|Beautiful Belmont, Part 24 -- Making Maple Sugar.|
by John Salisbury Cochran.
See previous entry: Beautiful Belmont, Part 23 -- Halloween Antics.
Maple sugar making was another setting particularly favorable to pursuing a romance, though it was not without its hard labor at times. When the weather was not too cool, a sugar making party would be formed at which the young people, on a moonlight night, would participate in making sugar and having a moonlight and firelight social in the maple groves, in which the countryside abounded.
To obtain maple sap, the trees were "tapped" -- holes were bored into them with auger bits -- into which alder pegs with the soft inside punched out were inserted. These wooden "spouts" then conducted the sap a sufficient distance from the trees to enable it to drop into the wooden troughs undeneath. These troughs were about three feet long, usually made of walnut, hollowed out by the woodsman's ax, and would hold about two gallons. The sap was carried in buckets from these troughs to large barrels kept at the boiling place, or fire.
Boiling fires were ordinarily constructed by rolling two logs about ten feet long near each other and building a fire between with smaller wood. At each end of the logs, a large forked branch was driven or placed in the ground, each well braced, and a long, strong pole mounted in these forks extending lengthwise along the middle of the fire and sufficiently elevated so as not to burn. On this pole from one to three large iron kettles were hung in which the maple sap was boiled down to the consistency of molasses, or sugar, as desired. One kettle was called the boiling-down kettle, the reduced sap from the others being poured into it, and no fresh sap allowed in it. This facilitated the production of the molasses, or sugar, and made it finer.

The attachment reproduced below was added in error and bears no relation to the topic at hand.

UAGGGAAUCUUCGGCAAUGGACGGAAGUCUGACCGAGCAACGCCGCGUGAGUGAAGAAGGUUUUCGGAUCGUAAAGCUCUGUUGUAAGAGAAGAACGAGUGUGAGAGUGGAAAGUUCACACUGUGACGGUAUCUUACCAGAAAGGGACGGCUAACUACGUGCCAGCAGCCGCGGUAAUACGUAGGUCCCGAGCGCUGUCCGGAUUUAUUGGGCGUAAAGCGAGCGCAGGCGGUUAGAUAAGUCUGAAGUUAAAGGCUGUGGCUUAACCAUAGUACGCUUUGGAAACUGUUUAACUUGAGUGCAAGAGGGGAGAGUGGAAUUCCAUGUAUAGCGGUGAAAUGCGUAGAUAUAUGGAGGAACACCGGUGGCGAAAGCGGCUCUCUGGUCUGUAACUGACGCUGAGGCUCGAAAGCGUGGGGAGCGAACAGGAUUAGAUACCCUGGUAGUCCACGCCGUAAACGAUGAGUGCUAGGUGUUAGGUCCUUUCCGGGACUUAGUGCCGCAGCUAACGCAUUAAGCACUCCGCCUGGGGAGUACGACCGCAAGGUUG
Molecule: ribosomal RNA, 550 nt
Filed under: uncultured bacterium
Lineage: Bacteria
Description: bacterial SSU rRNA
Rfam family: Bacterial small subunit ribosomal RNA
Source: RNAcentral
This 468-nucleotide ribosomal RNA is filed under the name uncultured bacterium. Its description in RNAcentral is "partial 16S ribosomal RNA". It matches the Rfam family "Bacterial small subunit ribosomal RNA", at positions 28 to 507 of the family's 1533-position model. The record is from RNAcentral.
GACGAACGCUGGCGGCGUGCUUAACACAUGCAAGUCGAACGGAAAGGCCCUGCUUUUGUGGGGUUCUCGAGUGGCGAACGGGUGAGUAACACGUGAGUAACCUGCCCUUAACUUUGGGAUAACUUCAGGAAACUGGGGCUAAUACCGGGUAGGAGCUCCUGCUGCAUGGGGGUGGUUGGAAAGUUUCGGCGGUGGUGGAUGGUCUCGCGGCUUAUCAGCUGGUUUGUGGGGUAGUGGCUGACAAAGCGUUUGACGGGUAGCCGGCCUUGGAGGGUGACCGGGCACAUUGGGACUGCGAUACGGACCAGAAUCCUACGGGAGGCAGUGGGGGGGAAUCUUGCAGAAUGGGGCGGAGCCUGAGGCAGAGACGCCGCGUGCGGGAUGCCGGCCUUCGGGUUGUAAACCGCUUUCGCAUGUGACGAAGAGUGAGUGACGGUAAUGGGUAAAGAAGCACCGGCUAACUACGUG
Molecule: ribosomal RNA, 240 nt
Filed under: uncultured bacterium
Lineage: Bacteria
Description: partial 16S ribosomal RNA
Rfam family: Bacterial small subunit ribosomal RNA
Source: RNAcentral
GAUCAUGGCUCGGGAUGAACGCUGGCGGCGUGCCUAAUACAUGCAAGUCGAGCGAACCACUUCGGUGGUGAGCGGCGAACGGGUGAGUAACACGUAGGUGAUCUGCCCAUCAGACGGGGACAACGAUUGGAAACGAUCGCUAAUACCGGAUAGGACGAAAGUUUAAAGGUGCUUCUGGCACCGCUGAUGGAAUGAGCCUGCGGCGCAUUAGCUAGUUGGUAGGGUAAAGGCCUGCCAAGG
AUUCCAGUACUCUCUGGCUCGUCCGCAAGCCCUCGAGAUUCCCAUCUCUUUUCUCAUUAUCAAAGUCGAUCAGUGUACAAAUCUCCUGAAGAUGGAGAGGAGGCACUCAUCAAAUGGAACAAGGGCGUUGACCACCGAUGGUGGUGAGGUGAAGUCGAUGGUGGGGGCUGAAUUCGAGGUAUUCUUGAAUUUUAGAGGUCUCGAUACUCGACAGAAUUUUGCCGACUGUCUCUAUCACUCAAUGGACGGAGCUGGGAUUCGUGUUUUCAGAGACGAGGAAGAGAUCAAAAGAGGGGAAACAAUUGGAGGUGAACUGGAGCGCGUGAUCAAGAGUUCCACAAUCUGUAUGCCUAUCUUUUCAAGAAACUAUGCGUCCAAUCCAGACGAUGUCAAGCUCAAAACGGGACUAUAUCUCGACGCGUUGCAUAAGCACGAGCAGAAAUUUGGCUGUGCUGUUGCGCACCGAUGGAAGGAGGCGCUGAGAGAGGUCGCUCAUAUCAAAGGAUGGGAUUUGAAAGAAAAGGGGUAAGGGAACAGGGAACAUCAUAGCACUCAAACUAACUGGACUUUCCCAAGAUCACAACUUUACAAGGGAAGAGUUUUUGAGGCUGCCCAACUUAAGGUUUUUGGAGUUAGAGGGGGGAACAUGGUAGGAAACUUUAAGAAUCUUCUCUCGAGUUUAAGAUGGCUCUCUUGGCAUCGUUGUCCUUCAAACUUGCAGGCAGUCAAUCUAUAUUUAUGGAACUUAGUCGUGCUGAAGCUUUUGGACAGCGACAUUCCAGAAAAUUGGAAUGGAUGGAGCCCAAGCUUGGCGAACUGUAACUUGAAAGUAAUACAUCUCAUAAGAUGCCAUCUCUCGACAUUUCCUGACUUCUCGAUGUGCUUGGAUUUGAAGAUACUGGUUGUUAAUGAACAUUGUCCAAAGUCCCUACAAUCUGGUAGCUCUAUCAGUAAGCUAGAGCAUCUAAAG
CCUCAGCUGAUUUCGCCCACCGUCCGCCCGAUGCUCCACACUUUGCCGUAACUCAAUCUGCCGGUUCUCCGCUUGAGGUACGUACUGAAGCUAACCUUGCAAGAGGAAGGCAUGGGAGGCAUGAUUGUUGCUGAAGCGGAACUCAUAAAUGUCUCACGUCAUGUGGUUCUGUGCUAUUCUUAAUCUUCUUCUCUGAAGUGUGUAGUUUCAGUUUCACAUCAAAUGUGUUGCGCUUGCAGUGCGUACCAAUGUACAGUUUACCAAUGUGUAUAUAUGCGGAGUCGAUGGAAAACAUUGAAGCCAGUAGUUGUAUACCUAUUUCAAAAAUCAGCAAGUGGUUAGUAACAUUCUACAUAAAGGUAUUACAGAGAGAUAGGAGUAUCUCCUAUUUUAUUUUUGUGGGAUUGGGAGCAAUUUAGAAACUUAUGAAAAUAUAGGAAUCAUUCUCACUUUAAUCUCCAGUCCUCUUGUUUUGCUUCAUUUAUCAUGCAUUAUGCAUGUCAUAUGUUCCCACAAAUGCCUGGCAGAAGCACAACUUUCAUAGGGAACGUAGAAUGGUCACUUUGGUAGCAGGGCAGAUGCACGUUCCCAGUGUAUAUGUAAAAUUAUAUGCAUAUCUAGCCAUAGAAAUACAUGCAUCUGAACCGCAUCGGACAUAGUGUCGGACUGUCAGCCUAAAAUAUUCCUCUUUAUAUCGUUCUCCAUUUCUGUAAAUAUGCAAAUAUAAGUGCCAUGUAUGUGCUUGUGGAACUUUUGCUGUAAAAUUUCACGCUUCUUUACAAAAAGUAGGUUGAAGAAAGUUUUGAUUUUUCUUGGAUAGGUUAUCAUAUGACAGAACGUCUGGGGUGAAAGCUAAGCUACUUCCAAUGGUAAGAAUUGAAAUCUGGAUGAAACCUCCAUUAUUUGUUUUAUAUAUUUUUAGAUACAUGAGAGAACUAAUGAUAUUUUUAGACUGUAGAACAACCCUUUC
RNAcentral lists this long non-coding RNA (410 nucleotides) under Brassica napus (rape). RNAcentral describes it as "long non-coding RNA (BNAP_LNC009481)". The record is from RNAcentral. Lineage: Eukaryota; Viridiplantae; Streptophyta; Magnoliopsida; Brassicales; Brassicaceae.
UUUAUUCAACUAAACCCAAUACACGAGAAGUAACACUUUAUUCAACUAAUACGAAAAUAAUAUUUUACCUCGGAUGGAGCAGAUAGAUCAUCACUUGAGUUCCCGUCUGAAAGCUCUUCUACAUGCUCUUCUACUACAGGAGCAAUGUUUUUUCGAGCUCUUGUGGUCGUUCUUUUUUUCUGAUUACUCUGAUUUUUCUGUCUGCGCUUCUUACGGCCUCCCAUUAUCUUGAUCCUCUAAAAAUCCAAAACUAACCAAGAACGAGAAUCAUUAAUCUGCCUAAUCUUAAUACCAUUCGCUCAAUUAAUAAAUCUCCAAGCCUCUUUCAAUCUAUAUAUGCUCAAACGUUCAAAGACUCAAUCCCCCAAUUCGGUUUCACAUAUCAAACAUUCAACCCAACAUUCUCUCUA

Little work was done by those attending these sugar-making parties, and that chiefly by hired help. The gatherings sometimes lasted until one or two o'clock in the early morning. The young folks ordinarily occupied the time sitting apart in couples on logs and rude seats in the moonlight in the vicinity of the fire, mostly talking of love and romance. The young folks from the town were always anxious and glad to attend these sugar-makings, which were really romantic and enjoyable -- as they occurred in the genial springtime, after the long, monotonous winter. Sometimes, under the sweet strains of the violin, a Virginia reel or old-fashioned French dance would be indulged in by the lights of the moon, fire, and torch.
As I sat apart with Minerva watching one of these dances at the sugar camp on the Chandler farm one night, our discussion turned to philosophical matters. Provoked by the moaning of the winds among the trees, the whisperings of the leaves, and the voices of wild animals and birds that must have filled our savage ancestors with fear, we wondered whether that fear had bred superstition in them about imagined unseen powers, or spirits, and ultimately, to placate the wrath of this spirit or spirits, whether the fear in the hearts led them to worship, and the belief in God. The misery of mortals, the inequalities of life, the squalor, starvation, and death from want existing right alongside luxury and lavish wealth, the lack of brotherly love in all the human and animal kingdom, led us to reflect on the sufferings of many million slaves right here in our own free America.